Peers, the people you identify with, are typically close to your age when you’re young. As you get older, they’re often the people you interact with, in your workplace, neighborhood, social group, or faith communities—regardless of age.
Peer pressure occurs when you’re influenced to adopt views, beliefs, goals, or behaviors of those in your peer group. We often think of teenagers when we hear the words “peer pressure.” That’s appropriate because those developmental years lend themselves to trying to belong and fit in.
A peer pressure story: There was an elderly nun who taught calculus in my high school. Many students called her Tobor—robot spelled backward. (I never understood that reference; she seemed frail and aged, not robotic at all.) One day, when she left the classroom, some students decided it would be fun to leave the room and hide until the next period-change bell rang. I was really uncomfortable with the prank. It was wrong and mean-spirited, and in my internal conflict—choosing to stay in the room, and in essence, “rat out” my fellow classmates or succumb to the mindset of the majority—I failed. I left the classroom like everyone else, yielding to peer pressure.
As adults, we’re still susceptible to peer pressure. It doesn’t go away, it merely “grows up,” reframed as social pressure, but in the end, it’s the same issue wearing a different label. We start believing that to “fit in,” we have to think, speak, and behave like our peers. We experience a tug-of-war between being unique, valuable individuals, and being accepted and respected in our group.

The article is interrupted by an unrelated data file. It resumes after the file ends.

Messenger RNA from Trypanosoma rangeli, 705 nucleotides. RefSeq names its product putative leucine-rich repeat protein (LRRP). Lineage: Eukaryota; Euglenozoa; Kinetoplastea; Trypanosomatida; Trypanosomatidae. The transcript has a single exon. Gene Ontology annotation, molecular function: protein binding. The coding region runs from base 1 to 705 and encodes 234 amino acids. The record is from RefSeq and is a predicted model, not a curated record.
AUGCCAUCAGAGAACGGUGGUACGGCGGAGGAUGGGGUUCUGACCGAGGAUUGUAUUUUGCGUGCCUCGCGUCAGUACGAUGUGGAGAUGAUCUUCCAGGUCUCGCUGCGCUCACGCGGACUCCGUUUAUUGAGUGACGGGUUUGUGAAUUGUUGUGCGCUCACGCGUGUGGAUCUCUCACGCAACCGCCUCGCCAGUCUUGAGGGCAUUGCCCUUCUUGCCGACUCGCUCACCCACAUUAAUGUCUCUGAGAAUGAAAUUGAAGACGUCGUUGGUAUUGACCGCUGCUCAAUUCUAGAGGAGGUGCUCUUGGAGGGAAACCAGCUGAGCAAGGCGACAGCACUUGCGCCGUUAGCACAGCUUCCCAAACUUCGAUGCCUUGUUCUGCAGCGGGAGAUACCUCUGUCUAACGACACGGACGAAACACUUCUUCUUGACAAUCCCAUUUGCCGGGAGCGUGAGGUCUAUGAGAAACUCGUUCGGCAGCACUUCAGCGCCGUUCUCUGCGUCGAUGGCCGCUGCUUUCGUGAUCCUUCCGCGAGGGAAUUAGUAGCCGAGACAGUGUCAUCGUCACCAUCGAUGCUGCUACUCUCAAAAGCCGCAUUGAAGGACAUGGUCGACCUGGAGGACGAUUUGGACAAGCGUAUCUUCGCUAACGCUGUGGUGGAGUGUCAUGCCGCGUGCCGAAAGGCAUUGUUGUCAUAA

Adult peer pressure can influence what we wear, the vacations we take, the cars we drive, where we stand politically, the religion we ascribe to, even the way we view and treat people who are “different from us.” We paint our self-portrait with a palette of other people’s ideas rather than being “who we are.”
Just like a 13-year-old girl who comes home from school saying, “I’ll never wear this shirt again; the other girls said it’s ugly” or the seven-year-old boy who insists he needs the newest electronic game because “everyone else has it,” we sometimes lose sight of what we really want, need or desire just to fit in.
I have an adversity to violence, which eliminates much of what’s popular on television or in the movies. I don’t “process” it the way most people must, so I simply don’t subject my spirit to it. Even when I’m told that it’s about good triumphing over evil or part of the reality of life, I simply say “no,” to honor who I am, instead of folding under pressure.
Don’t allow another person to dictate how you live, or make you feel like you need to conform to fit in. Listen to your inner voice; follow that guidance.
Don’t give up your identity; that’s what makes you unique.
Don’t ever believe that where you came from determines where you can go!
Don’t forget that, just like in high school, adults can be bullies too; don’t be one, and don’t be intimidated by one.
Don’t let other people influence you to lower your standards, bringing you to their level.
Analyze your relationships; if you’re copying others’ behaviors, so you fit in or are making excuses for why you don’t want to do something, consider creating new relationships with people who lift you up and value you for who you are. You’re awesome just as you are, and you deserve to live into your highest self!
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